So in the interest of life, liberty, and the pursuit of happiness, should we impose more restrictive limitations on the freedom of speech? And if we were to do so, who would author those restrictions? Or would such restrictions in themselves constitute an infringement of liberty? Like so many other things in our society, our basic rights are a two edged sword. The freedom of religion can lead to religious intolerance, the freedom to bear arms can result in gun violence, the freedom of the press can produce hate-filled editorials, the right against unreasonable search or seizure can let criminals go free, the right for peaceful assembly can lead people to think they have the right to close bridges or college campuses with their assembly.
Generally the rights we exercise ought not to be used to cause harm to others, but that is a fuzzy line to draw, and how might that be enforced? Some would suggest that a strong government presence intervene to "regulate" our rights, by which they mean limit them, or make them more difficult to exercise. Remember, however, that this governmental intervention is also a two edged sword. The same groups who would be all for gun control might be adamantly opposed to the police breaking up an "illegal" protest. The more power that is given to a government to "regulate" or "moderate" our rights, the more likely it is that this government will become abusive or corrupt.
Remember Lord Acton's famous maxim: "Power corrupts, absolute power corrupts absolutely.". While this may be just slightly an overstatement, the propensity for authoritarian power to invite the temptation to corruption has been shown to be strong. In 1971 an experiment in role playing at Stanford University, reported that when student volunteers were asked to simulate a prison social setting, the students randomly assigned the role of guards became abusive toward the "prisoners" in a matter of days. The experiment spun out of control within six days and had to be shut down well before it's anticipated deadline. Interestingly, the professor running the experiment played the role of "prison superintendent", and other faculty had to force the end of the experiment as he had become so immersed in his fictional power that he had lost sight of his scientific responsibility.
In a recent article in NaturalNews.com, Mike Adams coined the term "Trickle-down Tyranny"--http://www.naturalnews.com/034221_trickle-down_tyranny_America.html . In the article he postulates that the tyrannical tactics so prevalent throughout our society (see my blog on The Bully Pulpit), and most particularly at the many levels of government, have trickled down from the highest levels of government in much the same way that the child of an abusive parent learns that abuse is a normal way to relate to others and impose your will. When the Government is the abusive parent we learn that intimidation and restricting freedom is what government is supposed to do, and for those most dependent on that government, they learn to incorporate tyranny into their own social interactions. It's a controversial article, but a great read, and I won't repeat Mr. Adams' thesis here except to say that the antidote he suggests for Trickle-down tyranny is Trickle-up liberty... that is in my words, standing up to the bullies.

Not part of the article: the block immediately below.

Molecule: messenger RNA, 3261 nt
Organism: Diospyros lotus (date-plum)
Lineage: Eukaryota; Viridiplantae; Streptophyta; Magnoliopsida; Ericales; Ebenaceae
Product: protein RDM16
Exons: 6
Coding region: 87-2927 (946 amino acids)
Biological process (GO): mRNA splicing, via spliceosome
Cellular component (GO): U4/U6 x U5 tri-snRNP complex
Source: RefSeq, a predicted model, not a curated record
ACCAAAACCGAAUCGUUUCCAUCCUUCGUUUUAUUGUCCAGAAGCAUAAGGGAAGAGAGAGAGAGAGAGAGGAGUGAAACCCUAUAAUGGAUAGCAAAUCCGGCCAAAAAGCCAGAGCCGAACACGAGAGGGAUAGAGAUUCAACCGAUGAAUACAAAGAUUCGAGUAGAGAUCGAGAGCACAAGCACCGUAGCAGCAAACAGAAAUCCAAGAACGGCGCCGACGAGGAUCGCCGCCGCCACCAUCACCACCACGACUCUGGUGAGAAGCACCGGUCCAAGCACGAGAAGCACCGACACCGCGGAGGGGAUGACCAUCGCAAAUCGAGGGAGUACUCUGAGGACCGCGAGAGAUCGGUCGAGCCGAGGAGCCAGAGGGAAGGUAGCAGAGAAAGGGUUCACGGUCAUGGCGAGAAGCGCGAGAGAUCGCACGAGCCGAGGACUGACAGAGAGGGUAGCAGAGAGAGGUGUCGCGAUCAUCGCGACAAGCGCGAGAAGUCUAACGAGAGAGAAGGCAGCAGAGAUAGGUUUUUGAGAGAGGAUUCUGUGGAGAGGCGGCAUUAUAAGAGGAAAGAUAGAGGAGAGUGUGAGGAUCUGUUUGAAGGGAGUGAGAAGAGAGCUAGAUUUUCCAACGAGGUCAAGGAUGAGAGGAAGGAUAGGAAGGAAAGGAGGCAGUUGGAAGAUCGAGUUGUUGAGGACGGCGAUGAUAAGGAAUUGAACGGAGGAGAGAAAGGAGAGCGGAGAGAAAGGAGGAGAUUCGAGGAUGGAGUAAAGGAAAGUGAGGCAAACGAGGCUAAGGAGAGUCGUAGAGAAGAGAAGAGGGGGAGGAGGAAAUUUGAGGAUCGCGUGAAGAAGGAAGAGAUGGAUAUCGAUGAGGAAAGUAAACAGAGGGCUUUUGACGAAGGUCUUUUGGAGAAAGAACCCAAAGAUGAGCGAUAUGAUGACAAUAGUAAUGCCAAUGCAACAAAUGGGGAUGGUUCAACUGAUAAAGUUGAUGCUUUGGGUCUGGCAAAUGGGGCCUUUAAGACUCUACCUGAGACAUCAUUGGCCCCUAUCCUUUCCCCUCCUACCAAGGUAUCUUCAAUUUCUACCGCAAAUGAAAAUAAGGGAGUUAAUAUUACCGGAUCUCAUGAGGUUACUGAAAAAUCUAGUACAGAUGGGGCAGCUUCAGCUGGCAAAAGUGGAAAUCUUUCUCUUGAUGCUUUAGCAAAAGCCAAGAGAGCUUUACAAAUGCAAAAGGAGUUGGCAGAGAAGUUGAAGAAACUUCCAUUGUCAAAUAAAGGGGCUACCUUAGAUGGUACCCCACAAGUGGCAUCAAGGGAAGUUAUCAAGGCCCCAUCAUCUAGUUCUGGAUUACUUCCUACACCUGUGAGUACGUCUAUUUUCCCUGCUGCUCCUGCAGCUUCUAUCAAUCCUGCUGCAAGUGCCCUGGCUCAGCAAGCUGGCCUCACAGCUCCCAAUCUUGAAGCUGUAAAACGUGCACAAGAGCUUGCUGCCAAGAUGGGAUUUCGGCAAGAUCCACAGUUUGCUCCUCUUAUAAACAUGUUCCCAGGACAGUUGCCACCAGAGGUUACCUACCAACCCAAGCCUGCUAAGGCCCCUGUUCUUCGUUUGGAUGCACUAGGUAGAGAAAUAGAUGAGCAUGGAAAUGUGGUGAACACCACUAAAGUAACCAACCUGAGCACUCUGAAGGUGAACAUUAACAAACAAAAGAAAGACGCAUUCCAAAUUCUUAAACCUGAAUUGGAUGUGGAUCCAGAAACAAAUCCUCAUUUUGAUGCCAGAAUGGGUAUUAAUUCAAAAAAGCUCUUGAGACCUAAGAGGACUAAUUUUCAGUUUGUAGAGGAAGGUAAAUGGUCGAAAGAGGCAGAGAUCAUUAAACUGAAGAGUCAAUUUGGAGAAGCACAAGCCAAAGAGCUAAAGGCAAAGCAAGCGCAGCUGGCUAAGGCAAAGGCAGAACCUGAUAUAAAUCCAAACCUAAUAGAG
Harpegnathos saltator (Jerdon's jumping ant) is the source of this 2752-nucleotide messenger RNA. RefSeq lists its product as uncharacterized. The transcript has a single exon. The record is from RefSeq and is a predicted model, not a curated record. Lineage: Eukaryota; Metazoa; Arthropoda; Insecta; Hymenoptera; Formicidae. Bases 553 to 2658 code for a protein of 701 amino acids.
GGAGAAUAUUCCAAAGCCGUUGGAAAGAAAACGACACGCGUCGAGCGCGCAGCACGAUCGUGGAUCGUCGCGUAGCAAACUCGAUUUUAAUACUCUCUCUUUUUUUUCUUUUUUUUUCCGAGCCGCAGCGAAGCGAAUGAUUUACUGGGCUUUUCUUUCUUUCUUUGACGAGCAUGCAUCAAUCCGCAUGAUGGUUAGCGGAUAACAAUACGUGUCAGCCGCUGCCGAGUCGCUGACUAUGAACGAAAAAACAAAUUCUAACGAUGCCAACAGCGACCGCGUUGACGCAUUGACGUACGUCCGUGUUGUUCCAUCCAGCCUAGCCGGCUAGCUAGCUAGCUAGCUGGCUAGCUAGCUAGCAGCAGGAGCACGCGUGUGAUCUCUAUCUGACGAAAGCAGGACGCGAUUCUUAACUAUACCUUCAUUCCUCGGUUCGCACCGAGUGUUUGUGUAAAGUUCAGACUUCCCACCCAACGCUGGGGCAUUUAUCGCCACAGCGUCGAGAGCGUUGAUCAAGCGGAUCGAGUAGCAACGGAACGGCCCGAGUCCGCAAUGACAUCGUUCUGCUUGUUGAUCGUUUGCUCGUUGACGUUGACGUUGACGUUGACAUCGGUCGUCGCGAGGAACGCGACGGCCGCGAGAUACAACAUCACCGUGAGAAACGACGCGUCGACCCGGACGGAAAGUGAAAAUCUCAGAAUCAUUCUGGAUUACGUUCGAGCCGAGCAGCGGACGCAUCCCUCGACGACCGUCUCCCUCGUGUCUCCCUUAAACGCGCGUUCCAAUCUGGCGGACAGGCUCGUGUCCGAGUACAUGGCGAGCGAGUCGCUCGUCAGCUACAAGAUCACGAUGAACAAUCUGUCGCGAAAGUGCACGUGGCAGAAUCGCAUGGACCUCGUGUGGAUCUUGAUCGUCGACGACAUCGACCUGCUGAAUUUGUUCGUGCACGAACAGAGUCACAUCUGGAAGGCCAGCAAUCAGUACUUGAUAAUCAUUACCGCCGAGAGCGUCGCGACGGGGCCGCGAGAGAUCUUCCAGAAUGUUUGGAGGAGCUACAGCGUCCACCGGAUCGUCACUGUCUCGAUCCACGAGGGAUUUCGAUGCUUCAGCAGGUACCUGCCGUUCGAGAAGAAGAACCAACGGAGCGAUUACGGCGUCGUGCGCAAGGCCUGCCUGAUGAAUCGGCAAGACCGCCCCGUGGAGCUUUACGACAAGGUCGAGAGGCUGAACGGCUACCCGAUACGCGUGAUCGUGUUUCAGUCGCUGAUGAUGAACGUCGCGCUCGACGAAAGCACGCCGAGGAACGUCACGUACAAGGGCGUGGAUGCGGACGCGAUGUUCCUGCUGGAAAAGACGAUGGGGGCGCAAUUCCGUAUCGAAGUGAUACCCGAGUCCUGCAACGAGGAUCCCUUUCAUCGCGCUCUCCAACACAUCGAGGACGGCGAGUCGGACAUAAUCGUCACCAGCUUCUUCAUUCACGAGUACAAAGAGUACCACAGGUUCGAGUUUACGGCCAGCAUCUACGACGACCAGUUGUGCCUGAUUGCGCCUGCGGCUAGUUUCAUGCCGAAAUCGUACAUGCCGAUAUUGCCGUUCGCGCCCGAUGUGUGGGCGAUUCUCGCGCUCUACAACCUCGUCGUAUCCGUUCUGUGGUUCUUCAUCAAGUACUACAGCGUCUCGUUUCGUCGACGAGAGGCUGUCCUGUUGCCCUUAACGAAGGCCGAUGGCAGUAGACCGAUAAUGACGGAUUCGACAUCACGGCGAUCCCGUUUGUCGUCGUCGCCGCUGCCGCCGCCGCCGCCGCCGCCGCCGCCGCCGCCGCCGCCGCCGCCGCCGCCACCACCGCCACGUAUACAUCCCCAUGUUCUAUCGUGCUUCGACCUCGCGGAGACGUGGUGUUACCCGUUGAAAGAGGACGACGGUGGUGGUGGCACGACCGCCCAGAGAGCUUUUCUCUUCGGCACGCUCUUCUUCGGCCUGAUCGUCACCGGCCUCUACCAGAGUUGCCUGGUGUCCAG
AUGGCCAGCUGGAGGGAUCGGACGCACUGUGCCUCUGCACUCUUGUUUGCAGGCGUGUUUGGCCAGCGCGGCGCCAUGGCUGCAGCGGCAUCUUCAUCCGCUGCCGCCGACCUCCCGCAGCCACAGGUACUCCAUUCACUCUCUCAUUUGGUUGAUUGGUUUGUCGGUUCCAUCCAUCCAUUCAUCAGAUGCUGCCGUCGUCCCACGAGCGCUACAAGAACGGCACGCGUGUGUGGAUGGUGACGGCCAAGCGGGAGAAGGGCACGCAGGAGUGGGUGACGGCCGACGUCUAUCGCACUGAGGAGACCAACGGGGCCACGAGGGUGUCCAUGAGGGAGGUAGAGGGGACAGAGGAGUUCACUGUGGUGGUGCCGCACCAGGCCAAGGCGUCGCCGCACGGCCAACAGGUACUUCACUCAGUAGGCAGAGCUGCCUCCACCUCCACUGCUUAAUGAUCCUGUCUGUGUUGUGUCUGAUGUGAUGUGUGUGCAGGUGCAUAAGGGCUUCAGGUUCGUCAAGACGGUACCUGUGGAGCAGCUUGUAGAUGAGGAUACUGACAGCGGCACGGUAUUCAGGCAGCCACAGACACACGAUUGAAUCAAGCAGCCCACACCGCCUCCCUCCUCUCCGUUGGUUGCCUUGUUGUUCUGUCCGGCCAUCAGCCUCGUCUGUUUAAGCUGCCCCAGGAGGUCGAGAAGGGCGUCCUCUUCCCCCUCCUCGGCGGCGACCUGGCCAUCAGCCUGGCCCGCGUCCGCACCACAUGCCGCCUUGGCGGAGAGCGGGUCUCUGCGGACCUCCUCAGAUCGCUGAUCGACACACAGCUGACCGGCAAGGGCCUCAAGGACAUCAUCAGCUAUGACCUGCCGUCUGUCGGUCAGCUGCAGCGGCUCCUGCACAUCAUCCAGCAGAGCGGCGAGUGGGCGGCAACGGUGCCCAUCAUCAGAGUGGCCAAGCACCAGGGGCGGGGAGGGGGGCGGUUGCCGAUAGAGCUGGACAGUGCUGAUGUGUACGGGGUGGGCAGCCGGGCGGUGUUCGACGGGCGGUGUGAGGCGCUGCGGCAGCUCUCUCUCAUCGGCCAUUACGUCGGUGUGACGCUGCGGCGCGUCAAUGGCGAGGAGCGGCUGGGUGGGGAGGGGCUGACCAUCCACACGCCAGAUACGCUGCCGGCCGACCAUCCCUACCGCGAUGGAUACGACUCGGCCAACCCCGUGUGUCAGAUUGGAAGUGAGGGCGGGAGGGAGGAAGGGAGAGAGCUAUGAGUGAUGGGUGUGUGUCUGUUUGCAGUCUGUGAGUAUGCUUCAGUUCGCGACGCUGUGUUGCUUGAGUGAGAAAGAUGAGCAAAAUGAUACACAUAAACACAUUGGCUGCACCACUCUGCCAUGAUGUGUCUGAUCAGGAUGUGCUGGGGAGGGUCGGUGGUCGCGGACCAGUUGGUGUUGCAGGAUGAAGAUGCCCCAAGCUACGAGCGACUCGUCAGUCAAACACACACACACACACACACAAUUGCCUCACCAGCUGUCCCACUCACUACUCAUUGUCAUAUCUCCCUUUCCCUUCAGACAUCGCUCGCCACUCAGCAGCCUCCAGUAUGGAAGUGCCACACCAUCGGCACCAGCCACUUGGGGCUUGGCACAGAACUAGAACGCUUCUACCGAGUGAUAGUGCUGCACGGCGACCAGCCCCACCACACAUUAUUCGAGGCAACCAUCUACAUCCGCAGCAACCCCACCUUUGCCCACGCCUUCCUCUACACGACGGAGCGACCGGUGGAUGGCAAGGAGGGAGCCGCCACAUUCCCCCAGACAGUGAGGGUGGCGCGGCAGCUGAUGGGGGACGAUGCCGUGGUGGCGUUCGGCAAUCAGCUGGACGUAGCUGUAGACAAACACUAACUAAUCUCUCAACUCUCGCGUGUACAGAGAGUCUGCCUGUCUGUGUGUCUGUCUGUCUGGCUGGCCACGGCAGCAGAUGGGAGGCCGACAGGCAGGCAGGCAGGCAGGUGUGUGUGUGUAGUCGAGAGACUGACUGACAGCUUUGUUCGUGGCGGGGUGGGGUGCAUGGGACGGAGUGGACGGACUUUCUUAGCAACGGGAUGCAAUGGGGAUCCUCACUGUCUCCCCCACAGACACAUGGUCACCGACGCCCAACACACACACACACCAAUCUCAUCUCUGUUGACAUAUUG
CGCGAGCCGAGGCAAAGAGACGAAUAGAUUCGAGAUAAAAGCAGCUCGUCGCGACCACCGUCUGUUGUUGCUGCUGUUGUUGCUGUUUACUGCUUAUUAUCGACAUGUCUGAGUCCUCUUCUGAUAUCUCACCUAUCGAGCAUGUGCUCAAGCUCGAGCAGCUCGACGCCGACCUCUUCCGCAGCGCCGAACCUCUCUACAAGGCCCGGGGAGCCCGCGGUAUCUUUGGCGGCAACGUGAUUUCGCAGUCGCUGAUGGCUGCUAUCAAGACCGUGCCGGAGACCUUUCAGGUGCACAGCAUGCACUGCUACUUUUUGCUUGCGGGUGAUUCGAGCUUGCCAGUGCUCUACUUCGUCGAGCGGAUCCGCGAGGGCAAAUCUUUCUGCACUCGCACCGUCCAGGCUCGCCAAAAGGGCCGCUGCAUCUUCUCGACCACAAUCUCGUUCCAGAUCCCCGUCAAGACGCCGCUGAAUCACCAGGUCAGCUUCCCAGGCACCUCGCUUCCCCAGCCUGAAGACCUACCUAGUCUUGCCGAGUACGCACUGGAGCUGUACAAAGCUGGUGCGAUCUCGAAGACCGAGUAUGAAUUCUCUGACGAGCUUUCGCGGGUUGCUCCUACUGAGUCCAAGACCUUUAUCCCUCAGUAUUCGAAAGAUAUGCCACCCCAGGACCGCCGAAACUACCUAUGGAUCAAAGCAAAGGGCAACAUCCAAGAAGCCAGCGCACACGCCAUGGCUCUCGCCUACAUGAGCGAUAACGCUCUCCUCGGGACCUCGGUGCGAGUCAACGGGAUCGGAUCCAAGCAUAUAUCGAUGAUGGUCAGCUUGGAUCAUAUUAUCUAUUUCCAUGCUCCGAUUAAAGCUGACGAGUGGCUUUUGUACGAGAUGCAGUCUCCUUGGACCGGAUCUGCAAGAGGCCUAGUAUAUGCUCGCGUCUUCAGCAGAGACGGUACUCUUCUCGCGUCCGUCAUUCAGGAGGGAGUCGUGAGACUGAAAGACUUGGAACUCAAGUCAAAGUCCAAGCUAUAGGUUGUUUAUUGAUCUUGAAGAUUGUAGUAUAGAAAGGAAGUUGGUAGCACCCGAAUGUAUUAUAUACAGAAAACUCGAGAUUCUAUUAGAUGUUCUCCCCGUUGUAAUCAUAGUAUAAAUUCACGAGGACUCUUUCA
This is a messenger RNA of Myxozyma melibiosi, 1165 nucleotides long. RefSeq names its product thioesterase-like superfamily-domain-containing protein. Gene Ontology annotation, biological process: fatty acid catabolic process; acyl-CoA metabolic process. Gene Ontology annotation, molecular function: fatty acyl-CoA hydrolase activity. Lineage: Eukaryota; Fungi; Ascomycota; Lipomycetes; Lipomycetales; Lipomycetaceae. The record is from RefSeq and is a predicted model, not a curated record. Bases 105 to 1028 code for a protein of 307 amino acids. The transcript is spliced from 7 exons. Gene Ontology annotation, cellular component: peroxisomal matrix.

IMHO: Our basic rights are good things with a potential for evil; they are not derived from government, nor should they be controlled by government except in cases of blatant criminality, lest we transform our civil servants to tyrants, and we become the servants. Restricting basic rights on the basis of avoiding the possibility of future or connected criminal activity should be left to the plots of science-fiction. We are not children, or at least we ought not to be, and with every right comes the responsibility to use it appropriately. When we do not exercise that responsibility, government should intervene, but only in the case of criminality. Otherwise society itself should be able to deal with people who use their rights in an irresponsible way by exercising our own rights, creativity, civility, and kindness.